The AppSense Bigot turns three – is WEM the future of UEM?
By James Rankin | 7th February 2015
It’s three short years today since I started up this blog…so I thought today we might have a bit less technical discussion, and more of the sort of thing I normally do in my capacity over at The Virtualization Practice – which is occasionally speculate idly on the future of our industry.
Interesting to note that when VMware acquired UEM solution vendor Immidio last week, one of the points that ex-AppSense big cheese Harry Labana – who was heavily involved in VMware’s acquisition of CloudVolumes – made was the idea of Workspace Environment Management. Whilst on the surface this appears to be another attempt to foist a new three-letter-acronym on us, or initiate a new buzzword, it does seem to have some valid points around it.
So is Workspace Environment Management the designated successor to User Environment Management? The original UEM definition that I go by (courtesy of those Smackdown enthusiasts over at PQR) would appear to suggest that this is not so, and that WEM is nothing but another buzzword…
User Environment Management delivers and maintains the User Workspace in a clear, visible, predictable and profound way independent of the Application and Desktop Delivery concept and understands the context of the user Access Scenario. Having a clear view of the access scenarios, also known as personas, is essential and crucial for a complete Application and Desktop Delivery solution.
So – nothing to see here, move on?
One thing that has been common to UEM (so far!) is that it has always dealt specifically with Windows-based applications and desktops. This is to be expected – the great mass of applications and workspaces in the world are, at the moment, predominantly Windows-based. But do VMware smell a sea-change coming? One of the key words they use is “flexibility”, and they put the focus firmly on delivery of the user virtualization piece across “physical, virtual and cloud-based desktops”. This of course ties in nicely with the whole end-to-end idea of VMware’s cloud services offering.
So, are VMware alluding to Workspace Environment Management as the ability to manage all of your workspaces and applications, not just the Windows-based ones? Or is there another meaning behind the new WEM buzzphrase – that you can include “application delivery” and monitoring as part of the UEM offering, therefore giving you the full WEM experience, which VMware can do by tying Immidio’s Flex+ offering up with AppVolumes (formerly CloudVolumes) or ThinApp?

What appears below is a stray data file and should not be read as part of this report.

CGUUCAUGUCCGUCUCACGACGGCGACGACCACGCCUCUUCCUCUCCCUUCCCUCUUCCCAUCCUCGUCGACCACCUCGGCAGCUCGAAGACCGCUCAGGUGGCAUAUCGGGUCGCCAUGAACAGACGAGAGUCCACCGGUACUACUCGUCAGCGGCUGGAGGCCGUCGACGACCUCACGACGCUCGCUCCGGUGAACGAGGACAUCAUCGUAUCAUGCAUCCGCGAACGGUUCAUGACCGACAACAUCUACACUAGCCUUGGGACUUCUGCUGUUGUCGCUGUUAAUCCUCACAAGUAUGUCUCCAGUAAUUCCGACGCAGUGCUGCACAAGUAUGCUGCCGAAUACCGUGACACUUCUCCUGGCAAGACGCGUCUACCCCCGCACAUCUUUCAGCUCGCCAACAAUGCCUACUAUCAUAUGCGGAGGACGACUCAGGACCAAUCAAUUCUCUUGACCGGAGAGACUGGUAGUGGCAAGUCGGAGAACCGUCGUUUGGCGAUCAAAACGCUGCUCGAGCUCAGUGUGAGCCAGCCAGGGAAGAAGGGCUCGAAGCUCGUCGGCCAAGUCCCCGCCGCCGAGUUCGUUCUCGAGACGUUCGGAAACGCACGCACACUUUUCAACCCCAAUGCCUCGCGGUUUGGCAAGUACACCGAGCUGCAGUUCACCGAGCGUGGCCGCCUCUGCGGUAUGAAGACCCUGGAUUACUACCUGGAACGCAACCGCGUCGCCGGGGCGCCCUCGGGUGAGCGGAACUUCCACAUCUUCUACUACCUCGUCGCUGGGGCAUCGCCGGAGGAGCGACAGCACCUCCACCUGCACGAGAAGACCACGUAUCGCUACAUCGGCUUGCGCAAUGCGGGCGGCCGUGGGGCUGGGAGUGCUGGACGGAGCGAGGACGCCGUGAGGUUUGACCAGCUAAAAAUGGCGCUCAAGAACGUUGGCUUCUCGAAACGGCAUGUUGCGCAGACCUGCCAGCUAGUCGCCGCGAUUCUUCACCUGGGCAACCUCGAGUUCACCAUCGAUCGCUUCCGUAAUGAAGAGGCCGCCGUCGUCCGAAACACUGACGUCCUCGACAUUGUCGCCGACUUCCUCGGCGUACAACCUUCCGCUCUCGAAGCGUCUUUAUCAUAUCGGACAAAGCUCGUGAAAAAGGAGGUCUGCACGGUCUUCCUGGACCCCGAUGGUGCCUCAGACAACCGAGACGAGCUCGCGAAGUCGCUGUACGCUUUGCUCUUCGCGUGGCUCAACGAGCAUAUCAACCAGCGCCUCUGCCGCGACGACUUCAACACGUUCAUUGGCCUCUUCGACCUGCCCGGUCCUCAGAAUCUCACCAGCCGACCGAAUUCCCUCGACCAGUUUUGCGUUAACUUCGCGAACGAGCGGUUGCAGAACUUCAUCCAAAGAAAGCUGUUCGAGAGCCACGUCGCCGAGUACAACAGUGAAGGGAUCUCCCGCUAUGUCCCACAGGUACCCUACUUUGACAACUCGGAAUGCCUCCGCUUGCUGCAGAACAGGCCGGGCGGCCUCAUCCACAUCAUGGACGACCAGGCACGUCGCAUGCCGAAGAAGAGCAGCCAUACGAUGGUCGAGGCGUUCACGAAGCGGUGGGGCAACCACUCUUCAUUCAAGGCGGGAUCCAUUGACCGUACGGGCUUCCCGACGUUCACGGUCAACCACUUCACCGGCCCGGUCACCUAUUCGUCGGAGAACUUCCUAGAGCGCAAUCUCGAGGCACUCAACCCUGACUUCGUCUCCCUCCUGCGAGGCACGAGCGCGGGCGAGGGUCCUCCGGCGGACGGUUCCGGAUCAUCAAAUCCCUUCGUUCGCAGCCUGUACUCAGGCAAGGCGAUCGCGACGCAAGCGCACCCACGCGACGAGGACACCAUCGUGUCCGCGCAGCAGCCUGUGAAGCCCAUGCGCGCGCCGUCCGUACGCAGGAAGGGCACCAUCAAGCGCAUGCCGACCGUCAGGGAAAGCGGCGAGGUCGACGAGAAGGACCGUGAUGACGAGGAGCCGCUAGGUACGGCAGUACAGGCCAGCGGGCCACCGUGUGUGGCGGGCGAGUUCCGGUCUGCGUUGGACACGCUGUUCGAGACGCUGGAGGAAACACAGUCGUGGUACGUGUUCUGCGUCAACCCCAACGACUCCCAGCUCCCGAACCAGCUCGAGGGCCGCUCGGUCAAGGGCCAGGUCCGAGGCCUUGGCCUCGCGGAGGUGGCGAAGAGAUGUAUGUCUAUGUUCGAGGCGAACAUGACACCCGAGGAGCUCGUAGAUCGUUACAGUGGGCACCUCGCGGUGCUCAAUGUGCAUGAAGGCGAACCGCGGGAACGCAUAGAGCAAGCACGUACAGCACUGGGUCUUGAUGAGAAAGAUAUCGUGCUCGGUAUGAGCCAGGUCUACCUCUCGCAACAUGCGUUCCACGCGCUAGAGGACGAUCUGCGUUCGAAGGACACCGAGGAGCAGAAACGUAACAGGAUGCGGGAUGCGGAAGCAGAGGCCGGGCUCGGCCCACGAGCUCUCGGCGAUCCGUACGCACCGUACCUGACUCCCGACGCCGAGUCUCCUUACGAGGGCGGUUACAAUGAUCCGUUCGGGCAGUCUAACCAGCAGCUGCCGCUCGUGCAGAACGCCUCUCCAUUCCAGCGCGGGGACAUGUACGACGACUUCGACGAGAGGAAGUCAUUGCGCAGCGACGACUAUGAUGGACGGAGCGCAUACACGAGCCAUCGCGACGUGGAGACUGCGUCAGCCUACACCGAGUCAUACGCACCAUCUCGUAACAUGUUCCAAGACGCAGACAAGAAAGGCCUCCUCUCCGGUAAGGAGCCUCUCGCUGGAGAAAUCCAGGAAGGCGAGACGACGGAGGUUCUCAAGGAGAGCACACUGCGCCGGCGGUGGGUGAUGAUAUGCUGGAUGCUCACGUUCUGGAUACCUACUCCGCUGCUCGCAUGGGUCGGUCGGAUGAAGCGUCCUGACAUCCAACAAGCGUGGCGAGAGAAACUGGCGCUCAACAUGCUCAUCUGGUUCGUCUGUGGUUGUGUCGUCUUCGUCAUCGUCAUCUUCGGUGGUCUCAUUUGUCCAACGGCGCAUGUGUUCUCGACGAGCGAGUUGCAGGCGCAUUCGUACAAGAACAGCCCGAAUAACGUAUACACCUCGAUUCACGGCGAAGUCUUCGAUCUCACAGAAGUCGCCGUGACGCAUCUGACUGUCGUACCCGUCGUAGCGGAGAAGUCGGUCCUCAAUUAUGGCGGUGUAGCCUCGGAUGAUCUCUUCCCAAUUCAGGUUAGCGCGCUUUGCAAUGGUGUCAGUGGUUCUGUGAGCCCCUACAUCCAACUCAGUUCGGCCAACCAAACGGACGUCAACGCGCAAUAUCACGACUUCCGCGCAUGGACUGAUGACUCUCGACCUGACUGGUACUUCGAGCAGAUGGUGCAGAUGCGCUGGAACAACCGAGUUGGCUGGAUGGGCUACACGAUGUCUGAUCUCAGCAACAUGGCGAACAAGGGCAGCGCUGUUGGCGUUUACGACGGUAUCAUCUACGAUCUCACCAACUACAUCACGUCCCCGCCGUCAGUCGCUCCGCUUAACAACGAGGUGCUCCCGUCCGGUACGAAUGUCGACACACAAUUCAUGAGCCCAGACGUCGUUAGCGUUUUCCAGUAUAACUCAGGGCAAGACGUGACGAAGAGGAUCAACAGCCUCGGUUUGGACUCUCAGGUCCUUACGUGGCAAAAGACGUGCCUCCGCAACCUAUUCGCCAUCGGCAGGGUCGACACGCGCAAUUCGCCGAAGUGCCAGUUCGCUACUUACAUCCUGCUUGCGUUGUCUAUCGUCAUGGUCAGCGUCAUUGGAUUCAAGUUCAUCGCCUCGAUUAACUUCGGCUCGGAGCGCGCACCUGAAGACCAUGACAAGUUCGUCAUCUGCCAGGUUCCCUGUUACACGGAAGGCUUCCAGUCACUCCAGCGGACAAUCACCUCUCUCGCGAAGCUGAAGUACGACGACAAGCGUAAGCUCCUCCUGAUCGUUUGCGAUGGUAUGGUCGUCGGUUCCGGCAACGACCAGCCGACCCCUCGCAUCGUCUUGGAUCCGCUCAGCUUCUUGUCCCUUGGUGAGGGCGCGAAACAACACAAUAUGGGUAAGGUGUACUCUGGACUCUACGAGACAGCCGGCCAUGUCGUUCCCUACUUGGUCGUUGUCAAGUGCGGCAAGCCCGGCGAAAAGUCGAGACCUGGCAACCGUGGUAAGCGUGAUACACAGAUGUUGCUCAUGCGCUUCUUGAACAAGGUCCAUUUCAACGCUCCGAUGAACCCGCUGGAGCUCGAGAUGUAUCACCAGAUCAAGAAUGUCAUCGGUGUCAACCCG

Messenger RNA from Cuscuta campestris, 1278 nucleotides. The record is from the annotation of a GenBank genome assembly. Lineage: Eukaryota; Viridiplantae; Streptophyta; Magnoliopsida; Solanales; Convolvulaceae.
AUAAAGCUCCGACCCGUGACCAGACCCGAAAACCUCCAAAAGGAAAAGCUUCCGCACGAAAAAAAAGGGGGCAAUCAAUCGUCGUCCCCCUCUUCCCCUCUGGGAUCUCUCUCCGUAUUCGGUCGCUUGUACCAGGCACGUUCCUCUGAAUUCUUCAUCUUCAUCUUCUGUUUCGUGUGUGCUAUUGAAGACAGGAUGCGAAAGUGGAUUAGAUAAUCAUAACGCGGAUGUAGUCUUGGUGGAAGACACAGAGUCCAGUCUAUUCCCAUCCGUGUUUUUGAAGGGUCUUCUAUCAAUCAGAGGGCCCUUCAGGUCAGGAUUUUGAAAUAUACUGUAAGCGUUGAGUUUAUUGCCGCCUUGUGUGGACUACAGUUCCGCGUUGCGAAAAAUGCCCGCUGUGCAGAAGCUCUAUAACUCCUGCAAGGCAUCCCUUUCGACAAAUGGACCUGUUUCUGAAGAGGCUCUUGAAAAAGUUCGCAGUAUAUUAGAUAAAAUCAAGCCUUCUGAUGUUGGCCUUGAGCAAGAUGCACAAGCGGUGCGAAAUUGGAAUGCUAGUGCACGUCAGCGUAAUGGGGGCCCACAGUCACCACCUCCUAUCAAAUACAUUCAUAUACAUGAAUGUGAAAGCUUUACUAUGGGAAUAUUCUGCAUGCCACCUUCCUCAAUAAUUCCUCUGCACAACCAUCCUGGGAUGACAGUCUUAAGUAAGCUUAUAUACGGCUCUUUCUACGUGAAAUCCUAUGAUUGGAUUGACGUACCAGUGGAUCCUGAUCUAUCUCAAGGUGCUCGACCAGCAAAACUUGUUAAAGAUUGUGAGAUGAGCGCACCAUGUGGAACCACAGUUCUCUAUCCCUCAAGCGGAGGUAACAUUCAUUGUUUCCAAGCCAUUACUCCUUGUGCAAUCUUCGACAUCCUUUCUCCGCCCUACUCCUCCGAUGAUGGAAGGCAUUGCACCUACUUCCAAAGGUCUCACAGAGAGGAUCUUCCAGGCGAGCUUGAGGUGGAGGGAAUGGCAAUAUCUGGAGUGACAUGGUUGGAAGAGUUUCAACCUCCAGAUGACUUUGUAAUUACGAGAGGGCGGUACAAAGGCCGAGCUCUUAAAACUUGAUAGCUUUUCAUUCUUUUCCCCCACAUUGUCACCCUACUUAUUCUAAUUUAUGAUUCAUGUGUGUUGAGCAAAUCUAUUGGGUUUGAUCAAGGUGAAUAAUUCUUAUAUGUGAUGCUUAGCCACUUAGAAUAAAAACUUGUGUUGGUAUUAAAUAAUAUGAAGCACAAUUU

With regards to managing non-Windows workspaces, the only way to reliably achieve this currently is if you’re using something like XenApp or RDS to host Windows applications, and then deliver the applications to your non-Windows client (via the Citrix Receiver, for instance) with the UEM already baked-in. If you’re using a native application, then there won’t be any UEM there. This is a problem that is probably going to become more prevalent – think, for example, of DropBox. It can run on Windows, iOS, OSX, Linux, Android, even Blackberry, Kindle and Windows Phone. Being able to persist contextually-aware settings between these platforms would be awesome! If this is what VMware are driving at with WEM – sign me up!
If it’s the concept that the delivery of applications and monitoring is integrated with the user environment management – effectively merging your app virtualization together with the user virtualization – then this is less of a winner. Whilst still good – this reduces your reliance on third-party solutions – it’s only really compelling if you’ve already got a solid investment in VMware technology (although to be fair, a lot of people have). There are many other app virtualization and layering solutions out there, some of which are better than others in terms of features or compatibility. Monitoring-wise, again, everyone tends to already have a solution in place – monitoring is by no means restricted to the end-user arena – but if it brings something extra to the table, such as monitoring the VDI session in greater detail, then maybe it could be of interest.